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Things for midwives to consider when taking a woman's history at the beginning of her pregnancy
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Things for midwives to consider when taking a woman's history at the beginning of her pregnancy


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This presentation sets a framework for taking the history of a pregnant woman. If you have any comments about it, please add them to the "comments" section here

This presentation sets a framework for taking the history of a pregnant woman. If you have any comments about it, please add them to the "comments" section here

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  • 1. History Taking /
  • 2. Aims
    • Provides opportunity to assess woman’s physical, psychological, emotional, and spiritual well being and health.
    • Establishment of length of gestation
    • Review of current and past health status in order to maintain and improve health in pregnancy
  • 3. Aims (cont)
    • Review of midwifery, medical, obstetric, social and psychiatric history in order to identify risk factors - early detection of deviations from the normal
    • Awareness of the sociological influences in pregnancy – identification of support networks
    • To provide information that will form basis for informed choice and consent
  • 4. Aims (cont)
    • To commence the preparation of a care plan based on the woman’s individual needs
    • To provide opportunity for discussion of woman’s individual needs and wishes
    • To provide foundation for a trusting relationship with woman and family
  • 5. Process
    • Consider environment - who is there, comfort
    • What info does midwife/woman already have?
    • Woman’s expectations - what info do you need to bring with you, how much time allowed?
    • ‘ Getting to know you’ - communication skills, first impressions, sharing of yourself
    • Privacy Act implications
  • 6. Privacy Act Key Concepts ( )
    • Midwives should only collect relevant information
    • Women must be told why information is being collected
    • Information must be stored securely
    • Women should be allowed access to her information
    • Information may only be shared with other agencies with woman’s permission, or some health and safety or law enforcement reasons
    • Do I need this information?
    • Am I asking the woman for the information and, if not, why not?
    • Does the woman know why I need the information?
    • Am I collecting the information in a way which protects the woman’s privacy?
    • Is the information stored in a way that protects the woman’s privacy?
  • 8. What information needs to be collected and what information given by midwife?
    • Demographics
    • Present pregnancy
    • Previous pregnancy
    • Medical history
    • Family history
    • Social factors
  • 9. Demographic details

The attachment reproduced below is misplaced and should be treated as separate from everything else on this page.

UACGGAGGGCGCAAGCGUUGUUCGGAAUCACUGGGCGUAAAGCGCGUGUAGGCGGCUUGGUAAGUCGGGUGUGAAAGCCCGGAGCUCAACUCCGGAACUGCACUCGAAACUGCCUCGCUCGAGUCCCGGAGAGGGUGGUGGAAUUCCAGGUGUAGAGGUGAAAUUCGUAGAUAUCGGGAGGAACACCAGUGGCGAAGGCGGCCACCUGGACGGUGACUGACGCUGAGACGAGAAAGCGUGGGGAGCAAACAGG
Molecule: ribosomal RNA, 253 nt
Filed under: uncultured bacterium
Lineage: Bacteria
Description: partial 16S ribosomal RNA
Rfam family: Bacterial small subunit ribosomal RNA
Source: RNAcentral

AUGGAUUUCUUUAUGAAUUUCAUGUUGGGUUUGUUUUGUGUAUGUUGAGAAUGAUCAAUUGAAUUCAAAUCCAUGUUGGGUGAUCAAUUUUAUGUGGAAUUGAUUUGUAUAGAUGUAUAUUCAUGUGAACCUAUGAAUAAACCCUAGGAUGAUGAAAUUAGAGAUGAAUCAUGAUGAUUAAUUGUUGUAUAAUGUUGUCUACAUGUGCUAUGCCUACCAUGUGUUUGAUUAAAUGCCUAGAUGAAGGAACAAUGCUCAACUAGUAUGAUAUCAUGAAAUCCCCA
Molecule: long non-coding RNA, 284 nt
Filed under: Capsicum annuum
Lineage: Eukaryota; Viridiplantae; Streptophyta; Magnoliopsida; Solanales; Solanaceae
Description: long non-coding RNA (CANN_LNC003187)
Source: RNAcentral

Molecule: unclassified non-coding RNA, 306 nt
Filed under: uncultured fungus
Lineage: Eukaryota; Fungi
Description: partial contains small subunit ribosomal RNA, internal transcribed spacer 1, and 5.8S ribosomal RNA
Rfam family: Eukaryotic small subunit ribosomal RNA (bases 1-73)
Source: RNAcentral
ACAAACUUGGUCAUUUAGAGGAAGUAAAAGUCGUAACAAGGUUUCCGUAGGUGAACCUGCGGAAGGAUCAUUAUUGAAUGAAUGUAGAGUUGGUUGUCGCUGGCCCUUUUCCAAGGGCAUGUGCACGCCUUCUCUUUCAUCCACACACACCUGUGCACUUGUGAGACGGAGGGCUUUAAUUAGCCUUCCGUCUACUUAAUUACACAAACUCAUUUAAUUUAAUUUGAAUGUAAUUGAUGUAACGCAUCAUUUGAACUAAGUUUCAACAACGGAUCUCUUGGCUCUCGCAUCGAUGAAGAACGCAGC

• Full name, address, telephone no (work), DOB, NOK
    • Marital status - ? Long time to get pregnant, support for single mum
    • Ethnicity - special needs/customs, specific conditions
    • Religion - specific needs
    • Occupation - economic status
  • 10. Medical history
    • Any illness, operation or accident which complicate pregnancy
    • rheumatic fever
    • cardiac - hypertension
    • respiratory - asthma, TB
    • renal disease - frequent UTI
    • endocrine disorders - thyroid disease, disease
    • Thrombo-embolic - PE., DVT
    • mental illness
    • STD
  • 11. Medical history (cont)
    • Infectious diseases of childhood - chicken pox
    • Gynaecological operations/breast surgery
    • Accident involving spine, pelvis
    • Deformity to spine or pelvis - CDH, polio
    • Medications - teratogenic effect on baby
    • Previous blood transfusion - reactions?
    • Smoking, alcohol, drug addiction (risk of HIV, Hep. B)
    • Last cervical smear
    • Allergies
  • 12. Family history
    • Woman’s family and close members of father’s familial
    • Familial disease - diabetes, heart disease, deafness, TB (BCG for baby), asthma, eczema, mental illness
    • Congenital defects - Down syndrome, CDH, cleft lip/palate, spina bifida
    • Twins (dizygotic - non-identical)
  • 13. Previous pregnancy
    • Miscarriage or TOP - stage, interventions
    • Full details of all previous pregnancies, labours, births, post natal, including details of babies, feeding - any complications
    • Can you access old notes to confirm details?
  • 14. Present pregnancy
    • Emotional response
    • LNMP - EDD
    • Menstrual history
    • Contraceptive history
    • Pregnancy symptoms
    • Bleeding
  • 15. Social factors
    • Support
    • Mental health
    • Lifestyle
    • Nutritional status
    • Finances
    • Spiritual
    • Family violence
  • 16. Health information and education
    • Choices for pregnancy education
    • Self-care advice - smoking, alcohol, exercise, employment
    • Choices for pregnancy and birthing care
    • Begin development of birth plan
    • Discuss breastfeeding
  • 17.
    • Community support agencies
    • Discuss midwifery/medical students
    • Discuss institutional polices that may impact on choices
    • Information about midwife - share what your expectations are, how you practice as a midwife, your philosophy, your practice statistics/outcomes
  • 18. References
    • Pairman, S., Pincombe, J., & Thorogood, C. (2006). Midwifery: Preparation for practice . Chatswood : Elsevier.
    • Sinclair, C. (2003). A midwife’s handbook .
    • St Louis, USA: Saunders